Reasons for a Knee Arthroscopy
A knee arthroscopy may be recommended for these knee problems:
- A torn meniscus: cartilage that cushions the space between the bones in the knee
- A damaged anterior cruciate or posterior cruciate ligament
- An inflamed or damaged lining of the knee joint
- Misalignment of the kneecap
- Small pieces of broken cartilage in the knee joint
- Treatment of Baker’s cyst: a fluid-filled, swelling behind the knee
- Certain fractures of the bones of the knee
What to Expect With a Knee Arthroscopy
A knee arthroscopy typically requires general anesthesia. This means the patient is unconscious for the duration of the procedure. A knee arthroscopy procedure can take over an hour, depending on how much work the surgeon needs to do inside the knee joint. The surgeon makes small incisions in the knee area to allow him to insert small surgical instruments. Sterile fluid is pumped into your joint to help produce a clearer picture, then the surgeon inserts a fibre-optic video camera, or arthroscope, which transmits the view inside the joint to a video monitor.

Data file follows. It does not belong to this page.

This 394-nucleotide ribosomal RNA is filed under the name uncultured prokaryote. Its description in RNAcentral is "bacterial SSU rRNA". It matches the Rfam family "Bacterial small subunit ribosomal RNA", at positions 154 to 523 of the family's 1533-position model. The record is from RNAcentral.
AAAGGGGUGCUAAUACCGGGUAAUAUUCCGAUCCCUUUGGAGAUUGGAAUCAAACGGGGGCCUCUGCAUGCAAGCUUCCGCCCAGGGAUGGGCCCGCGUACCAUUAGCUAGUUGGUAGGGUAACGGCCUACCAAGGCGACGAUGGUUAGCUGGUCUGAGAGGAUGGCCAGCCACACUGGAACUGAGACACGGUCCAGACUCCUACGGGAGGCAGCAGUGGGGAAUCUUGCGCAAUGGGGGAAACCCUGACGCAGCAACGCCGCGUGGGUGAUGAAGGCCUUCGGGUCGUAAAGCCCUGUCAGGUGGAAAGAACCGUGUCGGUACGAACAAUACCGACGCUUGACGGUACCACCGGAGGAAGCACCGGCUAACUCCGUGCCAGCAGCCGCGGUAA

The surgeon will examine the knee joint and, if necessary, repair any damage or remove material that interferes with movement or causes pain in your knee. Afterward, the fluid is drained out and the incisions are closed with stitches or adhesive strips. A dressing and a bandage are then wrapped around the knee.
The length of the recovery will depend on the severity of the injuries treated.